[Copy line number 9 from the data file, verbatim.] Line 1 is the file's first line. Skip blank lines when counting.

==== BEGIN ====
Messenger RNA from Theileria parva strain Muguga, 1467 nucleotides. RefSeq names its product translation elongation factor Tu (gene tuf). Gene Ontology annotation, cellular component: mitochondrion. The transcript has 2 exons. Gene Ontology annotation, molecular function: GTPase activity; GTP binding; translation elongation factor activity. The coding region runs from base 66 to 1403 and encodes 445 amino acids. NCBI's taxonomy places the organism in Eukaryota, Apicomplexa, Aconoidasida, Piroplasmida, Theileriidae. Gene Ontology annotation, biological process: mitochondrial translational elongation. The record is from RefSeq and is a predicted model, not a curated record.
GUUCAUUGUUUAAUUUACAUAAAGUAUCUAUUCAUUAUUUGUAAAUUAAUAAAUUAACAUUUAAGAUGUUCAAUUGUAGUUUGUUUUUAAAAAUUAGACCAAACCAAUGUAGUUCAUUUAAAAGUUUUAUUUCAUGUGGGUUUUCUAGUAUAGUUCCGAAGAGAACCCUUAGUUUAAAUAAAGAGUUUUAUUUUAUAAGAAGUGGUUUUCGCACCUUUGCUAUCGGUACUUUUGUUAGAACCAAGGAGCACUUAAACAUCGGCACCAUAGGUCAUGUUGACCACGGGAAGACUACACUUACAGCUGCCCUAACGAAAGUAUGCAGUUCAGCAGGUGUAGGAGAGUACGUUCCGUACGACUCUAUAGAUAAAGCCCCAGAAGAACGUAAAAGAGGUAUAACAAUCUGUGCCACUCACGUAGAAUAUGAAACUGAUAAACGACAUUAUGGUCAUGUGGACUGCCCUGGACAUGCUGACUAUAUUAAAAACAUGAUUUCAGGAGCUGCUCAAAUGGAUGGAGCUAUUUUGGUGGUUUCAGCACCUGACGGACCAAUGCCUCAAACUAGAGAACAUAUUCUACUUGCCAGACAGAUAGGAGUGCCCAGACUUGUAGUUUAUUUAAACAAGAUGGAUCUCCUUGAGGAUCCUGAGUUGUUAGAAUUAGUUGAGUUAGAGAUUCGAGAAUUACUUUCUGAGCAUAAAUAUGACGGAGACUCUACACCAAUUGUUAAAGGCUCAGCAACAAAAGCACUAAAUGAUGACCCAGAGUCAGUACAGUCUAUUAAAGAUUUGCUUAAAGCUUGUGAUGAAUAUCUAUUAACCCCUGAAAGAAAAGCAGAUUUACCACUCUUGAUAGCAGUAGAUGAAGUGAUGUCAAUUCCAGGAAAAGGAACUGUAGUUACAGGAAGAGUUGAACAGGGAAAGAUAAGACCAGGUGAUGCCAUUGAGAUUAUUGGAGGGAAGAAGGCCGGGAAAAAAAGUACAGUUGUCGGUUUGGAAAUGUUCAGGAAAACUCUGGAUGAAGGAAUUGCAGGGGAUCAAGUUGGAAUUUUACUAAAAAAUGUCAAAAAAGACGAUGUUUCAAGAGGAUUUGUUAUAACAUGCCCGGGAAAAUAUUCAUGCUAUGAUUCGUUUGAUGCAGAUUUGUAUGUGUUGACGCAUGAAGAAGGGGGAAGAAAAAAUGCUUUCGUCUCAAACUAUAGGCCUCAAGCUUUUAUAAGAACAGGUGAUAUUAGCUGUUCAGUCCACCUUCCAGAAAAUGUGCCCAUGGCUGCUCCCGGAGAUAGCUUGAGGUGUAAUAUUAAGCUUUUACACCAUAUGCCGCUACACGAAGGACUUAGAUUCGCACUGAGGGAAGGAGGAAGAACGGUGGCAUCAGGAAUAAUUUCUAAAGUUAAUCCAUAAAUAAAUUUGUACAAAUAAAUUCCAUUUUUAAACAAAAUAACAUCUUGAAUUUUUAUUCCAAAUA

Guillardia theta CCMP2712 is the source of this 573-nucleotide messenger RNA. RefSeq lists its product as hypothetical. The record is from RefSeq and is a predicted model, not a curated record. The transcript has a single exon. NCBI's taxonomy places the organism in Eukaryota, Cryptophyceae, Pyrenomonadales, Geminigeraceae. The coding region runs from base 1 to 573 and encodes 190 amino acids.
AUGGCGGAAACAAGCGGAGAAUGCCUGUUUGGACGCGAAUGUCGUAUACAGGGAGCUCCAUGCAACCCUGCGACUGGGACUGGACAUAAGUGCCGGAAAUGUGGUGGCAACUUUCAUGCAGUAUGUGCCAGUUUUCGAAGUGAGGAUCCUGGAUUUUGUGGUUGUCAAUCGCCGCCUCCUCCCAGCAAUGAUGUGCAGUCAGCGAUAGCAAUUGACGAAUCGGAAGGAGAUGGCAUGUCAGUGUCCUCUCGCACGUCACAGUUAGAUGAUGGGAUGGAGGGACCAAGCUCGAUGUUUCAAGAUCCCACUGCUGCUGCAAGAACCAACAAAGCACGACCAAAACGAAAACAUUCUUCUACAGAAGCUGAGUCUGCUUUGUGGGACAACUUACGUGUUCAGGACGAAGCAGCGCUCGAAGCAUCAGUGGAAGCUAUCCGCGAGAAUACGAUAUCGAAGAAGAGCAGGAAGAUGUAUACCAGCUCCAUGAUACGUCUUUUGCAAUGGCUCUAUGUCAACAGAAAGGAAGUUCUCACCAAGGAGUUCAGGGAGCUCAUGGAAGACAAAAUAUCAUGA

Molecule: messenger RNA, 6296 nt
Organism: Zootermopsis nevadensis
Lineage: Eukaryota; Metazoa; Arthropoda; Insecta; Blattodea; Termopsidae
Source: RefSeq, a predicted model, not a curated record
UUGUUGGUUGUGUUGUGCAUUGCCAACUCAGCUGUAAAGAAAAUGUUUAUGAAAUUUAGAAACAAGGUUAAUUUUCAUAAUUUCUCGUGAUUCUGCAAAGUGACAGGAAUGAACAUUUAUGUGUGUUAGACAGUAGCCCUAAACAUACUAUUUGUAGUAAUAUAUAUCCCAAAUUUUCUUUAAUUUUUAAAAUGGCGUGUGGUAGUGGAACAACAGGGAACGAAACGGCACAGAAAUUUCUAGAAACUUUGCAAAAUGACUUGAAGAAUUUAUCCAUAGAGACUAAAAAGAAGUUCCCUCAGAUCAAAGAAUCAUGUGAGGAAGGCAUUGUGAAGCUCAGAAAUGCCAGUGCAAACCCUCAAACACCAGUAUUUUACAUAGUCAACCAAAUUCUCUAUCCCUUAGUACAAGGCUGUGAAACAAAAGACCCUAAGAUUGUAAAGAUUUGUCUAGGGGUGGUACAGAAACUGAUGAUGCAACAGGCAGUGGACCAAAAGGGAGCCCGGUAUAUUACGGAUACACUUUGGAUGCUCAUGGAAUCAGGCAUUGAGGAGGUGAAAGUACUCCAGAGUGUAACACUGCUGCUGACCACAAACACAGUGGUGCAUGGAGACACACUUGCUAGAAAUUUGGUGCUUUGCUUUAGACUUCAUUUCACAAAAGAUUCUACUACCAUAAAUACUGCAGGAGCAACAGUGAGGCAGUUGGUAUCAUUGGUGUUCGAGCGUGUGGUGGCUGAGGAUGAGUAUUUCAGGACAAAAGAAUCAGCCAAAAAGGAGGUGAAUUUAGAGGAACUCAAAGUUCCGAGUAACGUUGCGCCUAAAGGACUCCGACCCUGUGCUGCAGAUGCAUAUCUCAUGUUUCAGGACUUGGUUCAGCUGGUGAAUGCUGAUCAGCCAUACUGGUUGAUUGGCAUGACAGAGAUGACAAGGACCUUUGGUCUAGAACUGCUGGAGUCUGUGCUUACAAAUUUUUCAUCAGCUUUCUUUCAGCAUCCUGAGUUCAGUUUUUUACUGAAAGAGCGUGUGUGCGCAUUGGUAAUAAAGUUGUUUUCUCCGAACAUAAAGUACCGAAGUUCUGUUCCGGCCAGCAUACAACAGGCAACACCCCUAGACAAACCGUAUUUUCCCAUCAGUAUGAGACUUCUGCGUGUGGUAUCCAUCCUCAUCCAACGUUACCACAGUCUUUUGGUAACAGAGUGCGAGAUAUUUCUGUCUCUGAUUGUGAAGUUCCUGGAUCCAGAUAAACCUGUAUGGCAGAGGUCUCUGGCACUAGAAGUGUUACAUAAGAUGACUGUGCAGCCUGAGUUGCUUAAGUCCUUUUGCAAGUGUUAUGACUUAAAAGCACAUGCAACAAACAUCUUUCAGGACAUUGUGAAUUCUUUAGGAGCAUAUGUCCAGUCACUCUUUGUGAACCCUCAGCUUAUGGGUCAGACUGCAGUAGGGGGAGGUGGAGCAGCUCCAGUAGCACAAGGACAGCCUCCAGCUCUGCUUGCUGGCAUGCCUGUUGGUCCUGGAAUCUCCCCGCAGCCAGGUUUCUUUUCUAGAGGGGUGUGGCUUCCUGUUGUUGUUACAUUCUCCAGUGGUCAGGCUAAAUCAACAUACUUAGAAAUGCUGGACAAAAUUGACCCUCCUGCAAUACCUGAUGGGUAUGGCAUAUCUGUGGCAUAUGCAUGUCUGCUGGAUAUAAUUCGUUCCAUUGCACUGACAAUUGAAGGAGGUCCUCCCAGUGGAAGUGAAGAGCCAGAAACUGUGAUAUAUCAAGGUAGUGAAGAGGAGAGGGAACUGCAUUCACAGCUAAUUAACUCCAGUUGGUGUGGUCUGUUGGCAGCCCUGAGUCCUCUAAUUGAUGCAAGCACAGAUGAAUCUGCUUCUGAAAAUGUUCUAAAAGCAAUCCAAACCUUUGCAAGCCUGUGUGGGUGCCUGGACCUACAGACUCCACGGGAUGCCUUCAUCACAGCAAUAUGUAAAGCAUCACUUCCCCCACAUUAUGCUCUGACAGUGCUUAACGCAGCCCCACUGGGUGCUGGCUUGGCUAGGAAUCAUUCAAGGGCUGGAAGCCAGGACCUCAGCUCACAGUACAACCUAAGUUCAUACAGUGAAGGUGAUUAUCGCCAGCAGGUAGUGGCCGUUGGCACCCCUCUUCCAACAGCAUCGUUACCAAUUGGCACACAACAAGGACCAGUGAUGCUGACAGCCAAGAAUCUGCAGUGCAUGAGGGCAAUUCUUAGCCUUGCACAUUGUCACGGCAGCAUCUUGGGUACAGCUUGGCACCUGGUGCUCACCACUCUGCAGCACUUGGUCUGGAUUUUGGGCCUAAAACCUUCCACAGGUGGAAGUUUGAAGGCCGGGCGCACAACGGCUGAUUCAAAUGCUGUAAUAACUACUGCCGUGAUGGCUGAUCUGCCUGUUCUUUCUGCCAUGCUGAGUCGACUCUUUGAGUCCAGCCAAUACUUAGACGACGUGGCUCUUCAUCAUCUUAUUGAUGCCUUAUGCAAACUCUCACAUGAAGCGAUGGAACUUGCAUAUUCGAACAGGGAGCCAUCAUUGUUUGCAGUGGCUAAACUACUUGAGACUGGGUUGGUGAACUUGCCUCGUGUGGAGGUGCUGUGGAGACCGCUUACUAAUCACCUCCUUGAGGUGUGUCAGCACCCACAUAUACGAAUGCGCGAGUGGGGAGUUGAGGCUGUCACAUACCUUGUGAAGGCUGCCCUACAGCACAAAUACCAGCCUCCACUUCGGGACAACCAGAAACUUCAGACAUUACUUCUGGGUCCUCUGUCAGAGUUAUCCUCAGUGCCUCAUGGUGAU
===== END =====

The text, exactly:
UUGUUGGUUGUGUUGUGCAUUGCCAACUCAGCUGUAAAGAAAAUGUUUAUGAAAUUUAGAAACAAGGUUAAUUUUCAUAAUUUCUCGUGAUUCUGCAAAGUGACAGGAAUGAACAUUUAUGUGUGUUAGACAGUAGCCCUAAACAUACUAUUUGUAGUAAUAUAUAUCCCAAAUUUUCUUUAAUUUUUAAAAUGGCGUGUGGUAGUGGAACAACAGGGAACGAAACGGCACAGAAAUUUCUAGAAACUUUGCAAAAUGACUUGAAGAAUUUAUCCAUAGAGACUAAAAAGAAGUUCCCUCAGAUCAAAGAAUCAUGUGAGGAAGGCAUUGUGAAGCUCAGAAAUGCCAGUGCAAACCCUCAAACACCAGUAUUUUACAUAGUCAACCAAAUUCUCUAUCCCUUAGUACAAGGCUGUGAAACAAAAGACCCUAAGAUUGUAAAGAUUUGUCUAGGGGUGGUACAGAAACUGAUGAUGCAACAGGCAGUGGACCAAAAGGGAGCCCGGUAUAUUACGGAUACACUUUGGAUGCUCAUGGAAUCAGGCAUUGAGGAGGUGAAAGUACUCCAGAGUGUAACACUGCUGCUGACCACAAACACAGUGGUGCAUGGAGACACACUUGCUAGAAAUUUGGUGCUUUGCUUUAGACUUCAUUUCACAAAAGAUUCUACUACCAUAAAUACUGCAGGAGCAACAGUGAGGCAGUUGGUAUCAUUGGUGUUCGAGCGUGUGGUGGCUGAGGAUGAGUAUUUCAGGACAAAAGAAUCAGCCAAAAAGGAGGUGAAUUUAGAGGAACUCAAAGUUCCGAGUAACGUUGCGCCUAAAGGACUCCGACCCUGUGCUGCAGAUGCAUAUCUCAUGUUUCAGGACUUGGUUCAGCUGGUGAAUGCUGAUCAGCCAUACUGGUUGAUUGGCAUGACAGAGAUGACAAGGACCUUUGGUCUAGAACUGCUGGAGUCUGUGCUUACAAAUUUUUCAUCAGCUUUCUUUCAGCAUCCUGAGUUCAGUUUUUUACUGAAAGAGCGUGUGUGCGCAUUGGUAAUAAAGUUGUUUUCUCCGAACAUAAAGUACCGAAGUUCUGUUCCGGCCAGCAUACAACAGGCAACACCCCUAGACAAACCGUAUUUUCCCAUCAGUAUGAGACUUCUGCGUGUGGUAUCCAUCCUCAUCCAACGUUACCACAGUCUUUUGGUAACAGAGUGCGAGAUAUUUCUGUCUCUGAUUGUGAAGUUCCUGGAUCCAGAUAAACCUGUAUGGCAGAGGUCUCUGGCACUAGAAGUGUUACAUAAGAUGACUGUGCAGCCUGAGUUGCUUAAGUCCUUUUGCAAGUGUUAUGACUUAAAAGCACAUGCAACAAACAUCUUUCAGGACAUUGUGAAUUCUUUAGGAGCAUAUGUCCAGUCACUCUUUGUGAACCCUCAGCUUAUGGGUCAGACUGCAGUAGGGGGAGGUGGAGCAGCUCCAGUAGCACAAGGACAGCCUCCAGCUCUGCUUGCUGGCAUGCCUGUUGGUCCUGGAAUCUCCCCGCAGCCAGGUUUCUUUUCUAGAGGGGUGUGGCUUCCUGUUGUUGUUACAUUCUCCAGUGGUCAGGCUAAAUCAACAUACUUAGAAAUGCUGGACAAAAUUGACCCUCCUGCAAUACCUGAUGGGUAUGGCAUAUCUGUGGCAUAUGCAUGUCUGCUGGAUAUAAUUCGUUCCAUUGCACUGACAAUUGAAGGAGGUCCUCCCAGUGGAAGUGAAGAGCCAGAAACUGUGAUAUAUCAAGGUAGUGAAGAGGAGAGGGAACUGCAUUCACAGCUAAUUAACUCCAGUUGGUGUGGUCUGUUGGCAGCCCUGAGUCCUCUAAUUGAUGCAAGCACAGAUGAAUCUGCUUCUGAAAAUGUUCUAAAAGCAAUCCAAACCUUUGCAAGCCUGUGUGGGUGCCUGGACCUACAGACUCCACGGGAUGCCUUCAUCACAGCAAUAUGUAAAGCAUCACUUCCCCCACAUUAUGCUCUGACAGUGCUUAACGCAGCCCCACUGGGUGCUGGCUUGGCUAGGAAUCAUUCAAGGGCUGGAAGCCAGGACCUCAGCUCACAGUACAACCUAAGUUCAUACAGUGAAGGUGAUUAUCGCCAGCAGGUAGUGGCCGUUGGCACCCCUCUUCCAACAGCAUCGUUACCAAUUGGCACACAACAAGGACCAGUGAUGCUGACAGCCAAGAAUCUGCAGUGCAUGAGGGCAAUUCUUAGCCUUGCACAUUGUCACGGCAGCAUCUUGGGUACAGCUUGGCACCUGGUGCUCACCACUCUGCAGCACUUGGUCUGGAUUUUGGGCCUAAAACCUUCCACAGGUGGAAGUUUGAAGGCCGGGCGCACAACGGCUGAUUCAAAUGCUGUAAUAACUACUGCCGUGAUGGCUGAUCUGCCUGUUCUUUCUGCCAUGCUGAGUCGACUCUUUGAGUCCAGCCAAUACUUAGACGACGUGGCUCUUCAUCAUCUUAUUGAUGCCUUAUGCAAACUCUCACAUGAAGCGAUGGAACUUGCAUAUUCGAACAGGGAGCCAUCAUUGUUUGCAGUGGCUAAACUACUUGAGACUGGGUUGGUGAACUUGCCUCGUGUGGAGGUGCUGUGGAGACCGCUUACUAAUCACCUCCUUGAGGUGUGUCAGCACCCACAUAUACGAAUGCGCGAGUGGGGAGUUGAGGCUGUCACAUACCUUGUGAAGGCUGCCCUACAGCACAAAUACCAGCCUCCACUUCGGGACAACCAGAAACUUCAGACAUUACUUCUGGGUCCUCUGUCAGAGUUAUCCUCAGUGCCUCAUGGUGAU